"Welcome to the club that nobody really wants to belong to." Those were some of the first replies back I got when I joined a few online support groups for families impacted by Autism, and then later, when I joined groups online connecting those of us impacted by systemic mastocytosis. I remember laughing it off a bit, and trying to roll with the punches... but in those first few months when you KNOW something is WRONG with your baby, your first baby, and thereby, the love of your life.... rolling out of bed was hard enough, and I could barely stomach rolling with the punches.
Realizing I was part of this dreaded club... the "crazed mother of a sick and disabled child club" initially made me want to vomit. And even though I knew better, I still went through the same grief pattern as everyone else, including denial, bargaining, anger, sadness and so on. I have written before about what "acceptance" really means to me, and how that applies to our circumstances as they are today, but one thing I don't think people truly "Get" is that within this roller coaster ride, the grief keeps coming as the depth of your child's disability continues to reveal itself over time. For example, Even though it has almost been two years since I realized Avery diagnosis, I never imagined that today she would still be unable to master skills she easily performed as a 9 to 12 month old. I never dreamed she would still be non-verbal, and no where near being able to be toilet trained, and unable to jump, coordinate stairs and even curbs with ease and so on. So even though I "knew then" there were still so many unknowns as there still are today.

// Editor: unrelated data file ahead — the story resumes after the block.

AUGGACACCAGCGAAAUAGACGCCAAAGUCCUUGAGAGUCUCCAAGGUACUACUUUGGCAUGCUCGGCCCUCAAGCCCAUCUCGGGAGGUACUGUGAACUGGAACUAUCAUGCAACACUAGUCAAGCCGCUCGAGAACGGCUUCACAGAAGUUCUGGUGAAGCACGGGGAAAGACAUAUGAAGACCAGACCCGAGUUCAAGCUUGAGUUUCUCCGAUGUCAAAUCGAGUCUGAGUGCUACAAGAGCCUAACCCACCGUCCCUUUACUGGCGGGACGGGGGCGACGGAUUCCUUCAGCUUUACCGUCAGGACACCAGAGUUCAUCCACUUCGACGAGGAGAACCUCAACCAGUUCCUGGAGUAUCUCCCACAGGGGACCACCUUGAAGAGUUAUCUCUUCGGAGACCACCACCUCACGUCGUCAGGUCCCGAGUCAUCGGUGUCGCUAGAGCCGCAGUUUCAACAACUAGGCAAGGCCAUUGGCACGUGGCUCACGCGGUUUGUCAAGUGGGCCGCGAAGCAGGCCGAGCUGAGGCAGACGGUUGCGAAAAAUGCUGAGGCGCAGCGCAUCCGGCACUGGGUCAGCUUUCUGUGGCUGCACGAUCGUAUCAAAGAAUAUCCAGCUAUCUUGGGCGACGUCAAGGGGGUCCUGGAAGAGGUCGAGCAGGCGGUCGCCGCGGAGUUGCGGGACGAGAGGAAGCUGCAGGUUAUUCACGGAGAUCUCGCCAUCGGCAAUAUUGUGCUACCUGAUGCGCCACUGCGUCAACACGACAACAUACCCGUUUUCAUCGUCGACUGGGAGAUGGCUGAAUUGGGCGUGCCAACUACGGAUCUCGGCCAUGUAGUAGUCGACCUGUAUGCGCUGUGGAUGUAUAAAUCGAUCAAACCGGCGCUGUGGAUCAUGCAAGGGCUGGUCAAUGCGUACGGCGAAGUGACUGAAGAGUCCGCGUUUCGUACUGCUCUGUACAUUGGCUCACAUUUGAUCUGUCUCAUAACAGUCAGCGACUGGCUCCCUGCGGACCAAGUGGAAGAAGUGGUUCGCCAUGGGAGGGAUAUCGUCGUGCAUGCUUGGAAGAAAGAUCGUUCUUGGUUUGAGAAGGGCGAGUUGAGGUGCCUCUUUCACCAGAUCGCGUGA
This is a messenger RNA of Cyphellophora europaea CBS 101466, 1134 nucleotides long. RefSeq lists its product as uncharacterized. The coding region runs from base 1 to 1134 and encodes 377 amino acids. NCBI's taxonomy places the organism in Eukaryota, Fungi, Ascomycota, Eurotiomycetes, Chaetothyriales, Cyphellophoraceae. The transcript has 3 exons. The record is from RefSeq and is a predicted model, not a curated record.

One of these "downer" realizations occured to me last week when I was able to see that she really can't hack it in a typical preschool anymore... even with a full time shadow. Well, that's not fair, she can hack it, but she is turning more inward as the kids become more different from her. So, again, I was pretty overwhelmed with sadness because my sweet baby girl can't go to the preschool I wanted her at.... the one I picked out long before she was even born as I was working as a developmental therapist in the field. It was just one more blow. But don't get me wrong... I know that in the big picture that this is just one little bump in the road, but trust me, I agonize about the big things too. The realization that we will likely have to help Avery for our whole lives. I won't even go into the stress I feel when I consider her life without me and Bryan. Another big one is when I ponder that, given the nature and complexity of Autism, Avery may never know empathy, or compassion, or how her sweet disposition and even how her disablity itself has forever changed me for the better. I want so badly for her to know and understand the immense and forever love that Bryan and I have for her. So we will just keep trying to show her.
My point is... I thought by now this would be easier. That we would have the hang of having a child with very special needs. Unfortunately, it doesn't seem like we ever will. But I will tell you this, we are better than we were. We are becoming experts in treatment options, latest research, medical breakthroughs and begging God for some relief. We can be open and honest about Avery's deficits and about her angelic presence in our hearts and souls. We can share our story, and listen to others as they walk their own journey. And we can love her. We can love her with every ounce of our beings and know that within that love, she will feel whole.